Camel caravans were another critical innovation. More trade along the trans-Saharan trade route meant more traders traveling space. Traders began traveling together since traveling in a big group was safer. Bandits often raid small groups of traders. Caravans also provided safety in case a trader or camel was sick or injured during travel.

The last important innovation was the caravanserai. Caravanserais were like an inn where a trader could stop to rest. They also functioned as trading posts. Caravanserais were square or rectangular-shaped buildings that contained a courtyard in the center. There were rooms for merchants to rest, places to trade, and stables for camels. They were necessary for the safety they provided and the cultural diffusion that occurred from having a diverse group of people in close quarters.

These innovations were vital because they allowed for more items to be traded and communication between regions. Remember, the desert has exceptionally harsh conditions, and failure to travel through the region without taking the correct precautions would likely result in death. These innovations allowed people to travel and trade in the area a bit more safely.

Trans-Saharan Trade Route: Goods

What goods were traded along the Trans-Saharan trade route? The significant goods traded were salt, gold, humans, and cowrie shells used for currency.

The communities in West Africa often utilized the trans-Saharan trade routes for trading with those in Northern Africa and vice-versa. The West African communities looked to trade their gold, salt, textiles, and ivory. The northern African communities wanted to trade animals, weaponry, and books.

Trans-Saharan trade also included the trading of human slaves. These slaves, most often prisoners of war, were typically sold by the West Africans to the Muslim traders in North Africa.

Gold

The Trans-Saharan trade route was important as it linked Northern and Western Africa. Caravans of camels and traders traveled the web-like route, using it to trade for goods they did not have access to. Salt, gold, and humans were just some traded resources.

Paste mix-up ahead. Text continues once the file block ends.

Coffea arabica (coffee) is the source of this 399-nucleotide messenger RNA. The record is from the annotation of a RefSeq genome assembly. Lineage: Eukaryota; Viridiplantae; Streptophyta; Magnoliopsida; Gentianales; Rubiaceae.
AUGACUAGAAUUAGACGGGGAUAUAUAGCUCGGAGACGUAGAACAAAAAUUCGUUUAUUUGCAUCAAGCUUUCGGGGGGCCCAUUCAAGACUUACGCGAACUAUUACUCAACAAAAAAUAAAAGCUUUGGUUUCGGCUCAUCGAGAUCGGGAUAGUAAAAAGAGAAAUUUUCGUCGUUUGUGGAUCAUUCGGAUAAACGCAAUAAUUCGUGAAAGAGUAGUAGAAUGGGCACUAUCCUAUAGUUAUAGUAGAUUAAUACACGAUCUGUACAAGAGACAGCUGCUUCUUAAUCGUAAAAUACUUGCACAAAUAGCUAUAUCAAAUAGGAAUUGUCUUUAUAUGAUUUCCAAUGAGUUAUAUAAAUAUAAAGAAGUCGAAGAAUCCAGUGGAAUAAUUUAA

However, one of these items, gold, stands out from the rest. It was the most notable item being traded along the trans-Saharan route. Originally exported from western and central Sudan, gold was in high demand.

The use of the Trans-Saharan trade route to move goods extends back to the 4th and 5th century. Berbers, a group of people from Northwest Africa, used camels to transport a high volume of goods to Ghana, Mali, and Sudan. The Berbers traded these goods for gold. Then they would move the gold back across the Sahara so they could work with traders from the Mediterranean and North Africa.

Gold was abundant in the sub-Saharan areas, and people outside of Africa quickly found out about it. From the 7th to the 11th century, the Mediterranean areas of northern Africa traded salt to the sites below the Sahara desert, where there were plentiful gold reserves.

From the 6th-13th centuries, the Ghana empire was known for its abundance of gold. Nuggets of gold were weighed, and any that were deemed large enough became property of the king. This impacted gold trader as the traders mostly worked with small flakes.

The gold trade benefitted many other empires on the African continent. The gold trade allowed for them to have access to good that they might not have otherwise had. The gold trade impacted European empires as well. A lot of the gold was used to create coins for the European money economy.

West African gold has continued to be a popular and important resource. It continued to be mined, even when it was discovered that there was gold in Mesoamerica. West African empires continued to mine it, improving technology slowly but surely.

Trans-Saharan Trade Significance

The Trans-Saharan trade route expanded over time, significantly impacting nearby people and places. The significance of trans-Saharan trade can be seen in the politics, economics, and societies of North and West Africa.

Many positive effects of trans-Saharan trade can be seen in the region. They include but are not limited to

  • growth of trade towns

  • evolution of the merchant class

  • heightened agricultural production

  • new access to goldfields in West Africa.

As people gained access to new goldfields, West Africans began accumulating wealth. This encouraging growth of new trade routes expanded further into West Africa. The region started quickly gaining trading power, and large empires began to develop. Two of the most significant trading empires were Mali and Songhai. The economy of these empires was based on trans-Saharan trade, so they encouraged trade by supporting the traveling merchants in the area.

However, not all effects of trade along the trans-Saharan route were positive. Some of the more damaging effects were

  • increased warfare
  • increased slave trade

The cultural trade along the trans-Saharan route may have been the most significant. Cultural diffusion allowed religion, language, and other ideas to spread along the route. Islam is a strong example of cultural distribution along the trans-Saharan trade route.